[1]The scientific method consists of a number of steps in problem solving: felt need, hypothesis, data gathering, analysis, decision, implementation responsibility bearing.

Smith: To Plato’s Cave and Back, Part 1

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Ryan Explores Unintended Consequences

Andrew Ryan's Labbitt Halsey Protocol

Ryan Explores Unintended Consequences

Andrew Ryan. 2011. The Labbitt Halsey Protocol. Leesburg: Gadfly LLC.

Review by Stephen W. Hiemstra

The law of unintended consequences, first articulated by sociologist Robert K. Merton,  states that “outcomes that are not the ones foreseen and intended by a purposeful action.” [1] The more complex the system in view, the more likely it will behave in ways unexpected when subjected to a shock. The law of unintended consequences may seem like nothing more than common sense. Presidents forced to make decisions under uncertain conditions might, however, disagree. The future is seldom known or influenced with absolute certainty.


In his novel, The Labbitt Halsey Protocol, Andrew Ryan explores the consequences of genetic engineering to improve human intelligence that has gone horribly wrong. Consider participating in a program that would raise the intelligence level of your children to genius level and has no known side effects. Would you participate? What if you refuse—how could you retire in a world where all the children, except yours, were geniuses? Now, fast forward 15 years and almost all the children participating in the program end up committing suicide—so much so that local police and hospitals are reluctant to intervene. How would you, as a parent who participated, respond to the prospects facing your only child?

Plot Summary

This is the setting where we meet Ann Franklin, a very talented, attractive, and upwardly mobile defense contractor living and working in Northern Virginia for Steady State Technologies (SST), a small defense contractor. Ann is a graduate of the University of Virginia business school, she is the daughter of Dr. Henry Franklin, a retired philosophy professor, and her only son, Jeremy, participated in the Labbit Halsey Genomics company protocol, known as the X-chromosome embryogenic neuroenhancement (XEN). Participating in the protocol makes Jeremy an Xen kid whose average intelligence tests out at about 150. Jeremy’s father is missing in action leaving Ann a single mom raising an Xen kid while scaling the heights of the government contracting world (1-12).

Conflict in this scenario arises as Ann simultaneously succeeds in promoting a large defense contract, while quietly beginning an affair with one of contracting officers, and in launching a personal campaign to save Jeremy. SST beats the odds to win the contract and establish Ann’s career; Ann is able to save Jeremy, but at a terrible cost to her own mental and physical health. The story of how this all came about makes The Labbitt Halsey Protocol a true page-turner.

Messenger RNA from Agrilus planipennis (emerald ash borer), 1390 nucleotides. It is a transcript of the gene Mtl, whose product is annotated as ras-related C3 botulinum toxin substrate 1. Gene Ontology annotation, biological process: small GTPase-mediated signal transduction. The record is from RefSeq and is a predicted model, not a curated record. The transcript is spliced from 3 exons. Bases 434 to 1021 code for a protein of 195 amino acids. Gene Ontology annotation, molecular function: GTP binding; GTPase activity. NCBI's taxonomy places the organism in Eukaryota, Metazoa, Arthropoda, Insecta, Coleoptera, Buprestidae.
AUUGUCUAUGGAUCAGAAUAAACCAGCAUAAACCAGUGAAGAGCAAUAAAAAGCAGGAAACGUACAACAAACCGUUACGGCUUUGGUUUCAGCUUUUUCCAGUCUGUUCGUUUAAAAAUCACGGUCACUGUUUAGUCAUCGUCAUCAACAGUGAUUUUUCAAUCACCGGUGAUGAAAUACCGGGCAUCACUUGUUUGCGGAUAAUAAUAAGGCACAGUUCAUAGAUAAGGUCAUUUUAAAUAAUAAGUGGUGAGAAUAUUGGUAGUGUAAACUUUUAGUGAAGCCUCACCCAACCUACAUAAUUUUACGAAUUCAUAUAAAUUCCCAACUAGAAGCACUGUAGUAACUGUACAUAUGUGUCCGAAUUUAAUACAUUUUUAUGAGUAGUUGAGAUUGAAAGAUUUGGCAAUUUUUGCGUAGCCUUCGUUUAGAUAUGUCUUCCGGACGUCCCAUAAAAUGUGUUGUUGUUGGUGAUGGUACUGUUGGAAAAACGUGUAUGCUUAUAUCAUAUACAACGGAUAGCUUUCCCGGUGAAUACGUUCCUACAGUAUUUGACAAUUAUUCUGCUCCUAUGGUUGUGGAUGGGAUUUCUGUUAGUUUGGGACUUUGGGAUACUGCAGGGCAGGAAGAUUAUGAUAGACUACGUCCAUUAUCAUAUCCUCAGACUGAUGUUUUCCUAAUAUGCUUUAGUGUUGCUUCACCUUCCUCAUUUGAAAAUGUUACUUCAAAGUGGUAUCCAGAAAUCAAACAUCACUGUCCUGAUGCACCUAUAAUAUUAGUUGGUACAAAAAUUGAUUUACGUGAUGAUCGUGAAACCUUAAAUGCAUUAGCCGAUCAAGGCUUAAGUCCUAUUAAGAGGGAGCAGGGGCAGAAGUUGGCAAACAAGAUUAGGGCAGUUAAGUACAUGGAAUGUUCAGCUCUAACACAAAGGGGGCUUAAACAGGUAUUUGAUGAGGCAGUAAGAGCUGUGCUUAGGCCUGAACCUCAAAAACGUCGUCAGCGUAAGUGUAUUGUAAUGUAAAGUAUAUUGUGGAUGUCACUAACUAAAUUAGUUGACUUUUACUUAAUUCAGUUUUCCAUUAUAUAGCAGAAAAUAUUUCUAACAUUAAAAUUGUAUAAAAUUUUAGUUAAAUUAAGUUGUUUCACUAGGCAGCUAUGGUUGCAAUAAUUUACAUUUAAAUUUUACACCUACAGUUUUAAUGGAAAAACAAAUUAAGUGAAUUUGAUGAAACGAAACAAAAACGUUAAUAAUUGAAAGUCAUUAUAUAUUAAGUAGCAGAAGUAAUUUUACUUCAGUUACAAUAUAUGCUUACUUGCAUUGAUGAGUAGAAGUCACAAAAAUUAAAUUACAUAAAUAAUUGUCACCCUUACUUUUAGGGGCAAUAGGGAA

Andrew Ryan Background

Andrew Ryan is a U.S. Army veteran of Operation Desert Storm who earned his bachelor’s degree in Philosophy from Louisiana State University. He continues to study physics, cosmology, and neuroscience. His newest book, The Substance of Spacetime: Infinity, Nothingness, and the Nature of Matter, was released in 2016 and it is a nonfiction work “in theoretical physics that reimagines spacetime, not as a two-dimensional coordinate system, but as a real three-dimensional substance.” [2]

Ryan and I met at the library in Leesburg, Virginia while we were attending Indie Author Day (October 8, 2016)[3] where we exchanged books and conversation between book sales to the general public.


I am not typically a novel reader. The Labbitt Halsey Protocol caught my attention as a psychological drama. It touched me both as a parent and as a defense contractor. Having a bipolar child, I volunteered at one point to work in a psychiatric ward just like Ann’s quest to enter the Xen underground. (Psychiatric patients are typically above-average intelligence, just like the Xen). Having worked as a consultant in and around Tyson’s Corner, I had a send-off from one job in Clyde’s Restaurant. This was one of the restaurants where Ann had a dangerous liaison. At least for me, reading The Labbitt Halsey Protocol included a lot of déjà vu moments. Surreal, it kept my attention and kept me up sleepless a couple nights. Great read.